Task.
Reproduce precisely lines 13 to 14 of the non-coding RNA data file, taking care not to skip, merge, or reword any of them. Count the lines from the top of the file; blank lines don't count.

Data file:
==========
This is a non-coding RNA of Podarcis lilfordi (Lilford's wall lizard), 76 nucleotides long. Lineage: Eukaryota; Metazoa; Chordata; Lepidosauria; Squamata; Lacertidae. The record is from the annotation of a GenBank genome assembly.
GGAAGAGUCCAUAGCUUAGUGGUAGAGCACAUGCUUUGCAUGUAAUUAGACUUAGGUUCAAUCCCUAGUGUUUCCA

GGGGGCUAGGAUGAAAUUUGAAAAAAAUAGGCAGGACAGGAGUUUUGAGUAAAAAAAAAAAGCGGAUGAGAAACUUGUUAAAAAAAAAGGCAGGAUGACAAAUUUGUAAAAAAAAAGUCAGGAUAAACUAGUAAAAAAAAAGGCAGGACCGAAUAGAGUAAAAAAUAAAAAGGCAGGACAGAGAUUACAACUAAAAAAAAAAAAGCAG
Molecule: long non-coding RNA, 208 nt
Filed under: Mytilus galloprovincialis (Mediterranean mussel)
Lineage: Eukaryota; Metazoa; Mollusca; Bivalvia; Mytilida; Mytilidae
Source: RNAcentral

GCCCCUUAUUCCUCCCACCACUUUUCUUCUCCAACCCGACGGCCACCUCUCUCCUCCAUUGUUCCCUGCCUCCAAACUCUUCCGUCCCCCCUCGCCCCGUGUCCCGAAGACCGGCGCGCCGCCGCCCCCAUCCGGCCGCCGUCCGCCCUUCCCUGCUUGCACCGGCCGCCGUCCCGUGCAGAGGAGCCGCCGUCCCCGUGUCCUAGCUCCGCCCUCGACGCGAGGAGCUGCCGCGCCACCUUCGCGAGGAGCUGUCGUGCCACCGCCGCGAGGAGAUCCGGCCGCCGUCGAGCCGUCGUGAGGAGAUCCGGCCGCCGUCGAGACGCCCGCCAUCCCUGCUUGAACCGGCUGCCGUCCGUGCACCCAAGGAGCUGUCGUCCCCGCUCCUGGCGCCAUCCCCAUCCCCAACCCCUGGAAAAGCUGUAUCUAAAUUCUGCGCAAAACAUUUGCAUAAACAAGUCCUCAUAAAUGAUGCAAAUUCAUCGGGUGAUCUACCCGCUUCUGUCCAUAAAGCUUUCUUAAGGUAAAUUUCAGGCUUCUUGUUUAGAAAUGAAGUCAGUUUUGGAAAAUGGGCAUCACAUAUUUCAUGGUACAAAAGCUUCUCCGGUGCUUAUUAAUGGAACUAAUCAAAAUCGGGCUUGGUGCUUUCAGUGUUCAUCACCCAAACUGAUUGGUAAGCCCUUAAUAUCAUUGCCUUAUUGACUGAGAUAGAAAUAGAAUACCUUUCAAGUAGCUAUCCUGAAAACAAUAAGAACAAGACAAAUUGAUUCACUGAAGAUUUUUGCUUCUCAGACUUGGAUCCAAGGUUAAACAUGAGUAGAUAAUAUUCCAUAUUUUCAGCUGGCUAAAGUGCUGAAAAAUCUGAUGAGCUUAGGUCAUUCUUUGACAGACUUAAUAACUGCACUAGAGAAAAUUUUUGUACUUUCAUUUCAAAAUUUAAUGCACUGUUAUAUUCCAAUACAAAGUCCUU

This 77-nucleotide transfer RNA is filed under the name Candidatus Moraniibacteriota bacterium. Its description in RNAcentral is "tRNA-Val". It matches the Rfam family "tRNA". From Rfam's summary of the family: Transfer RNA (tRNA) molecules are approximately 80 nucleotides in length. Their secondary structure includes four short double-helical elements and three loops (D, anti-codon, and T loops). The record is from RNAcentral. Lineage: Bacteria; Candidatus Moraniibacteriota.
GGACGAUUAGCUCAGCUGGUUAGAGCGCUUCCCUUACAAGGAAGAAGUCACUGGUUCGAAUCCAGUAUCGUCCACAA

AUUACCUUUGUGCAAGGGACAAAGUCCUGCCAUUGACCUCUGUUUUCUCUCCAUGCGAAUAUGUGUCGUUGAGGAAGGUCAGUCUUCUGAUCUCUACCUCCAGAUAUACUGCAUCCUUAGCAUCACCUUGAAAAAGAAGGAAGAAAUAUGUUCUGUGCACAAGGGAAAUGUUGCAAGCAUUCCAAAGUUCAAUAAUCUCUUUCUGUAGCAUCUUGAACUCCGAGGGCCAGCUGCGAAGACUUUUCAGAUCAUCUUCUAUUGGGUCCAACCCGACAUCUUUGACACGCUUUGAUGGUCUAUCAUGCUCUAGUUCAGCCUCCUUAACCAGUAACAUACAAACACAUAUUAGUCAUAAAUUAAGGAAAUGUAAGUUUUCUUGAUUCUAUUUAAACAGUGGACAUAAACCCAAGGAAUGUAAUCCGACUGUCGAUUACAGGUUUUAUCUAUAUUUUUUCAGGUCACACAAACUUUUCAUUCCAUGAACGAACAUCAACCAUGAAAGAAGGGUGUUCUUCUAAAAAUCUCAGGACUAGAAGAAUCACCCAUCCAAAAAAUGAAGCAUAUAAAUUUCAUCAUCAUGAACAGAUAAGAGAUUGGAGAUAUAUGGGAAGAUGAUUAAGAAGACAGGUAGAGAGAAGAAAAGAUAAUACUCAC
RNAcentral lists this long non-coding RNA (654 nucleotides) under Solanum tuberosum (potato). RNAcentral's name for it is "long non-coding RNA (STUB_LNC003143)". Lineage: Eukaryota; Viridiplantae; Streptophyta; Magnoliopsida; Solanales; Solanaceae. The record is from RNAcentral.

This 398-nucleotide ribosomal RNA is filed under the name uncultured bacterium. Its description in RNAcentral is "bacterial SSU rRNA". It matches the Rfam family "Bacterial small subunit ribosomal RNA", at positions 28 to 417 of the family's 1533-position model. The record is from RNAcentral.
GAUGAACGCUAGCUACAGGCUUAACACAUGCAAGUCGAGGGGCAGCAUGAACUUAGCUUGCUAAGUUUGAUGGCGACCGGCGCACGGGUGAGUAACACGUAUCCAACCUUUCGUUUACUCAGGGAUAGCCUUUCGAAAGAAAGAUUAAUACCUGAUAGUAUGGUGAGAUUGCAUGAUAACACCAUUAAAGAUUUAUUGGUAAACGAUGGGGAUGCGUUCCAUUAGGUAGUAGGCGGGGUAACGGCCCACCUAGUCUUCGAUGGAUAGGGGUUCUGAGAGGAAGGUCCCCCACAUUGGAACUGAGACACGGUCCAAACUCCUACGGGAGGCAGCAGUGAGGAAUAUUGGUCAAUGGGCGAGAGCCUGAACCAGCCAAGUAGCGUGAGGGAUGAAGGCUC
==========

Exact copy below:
This 398-nucleotide ribosomal RNA is filed under the name uncultured bacterium. Its description in RNAcentral is "bacterial SSU rRNA". It matches the Rfam family "Bacterial small subunit ribosomal RNA", at positions 28 to 417 of the family's 1533-position model. The record is from RNAcentral.
GAUGAACGCUAGCUACAGGCUUAACACAUGCAAGUCGAGGGGCAGCAUGAACUUAGCUUGCUAAGUUUGAUGGCGACCGGCGCACGGGUGAGUAACACGUAUCCAACCUUUCGUUUACUCAGGGAUAGCCUUUCGAAAGAAAGAUUAAUACCUGAUAGUAUGGUGAGAUUGCAUGAUAACACCAUUAAAGAUUUAUUGGUAAACGAUGGGGAUGCGUUCCAUUAGGUAGUAGGCGGGGUAACGGCCCACCUAGUCUUCGAUGGAUAGGGGUUCUGAGAGGAAGGUCCCCCACAUUGGAACUGAGACACGGUCCAAACUCCUACGGGAGGCAGCAGUGAGGAAUAUUGGUCAAUGGGCGAGAGCCUGAACCAGCCAAGUAGCGUGAGGGAUGAAGGCUC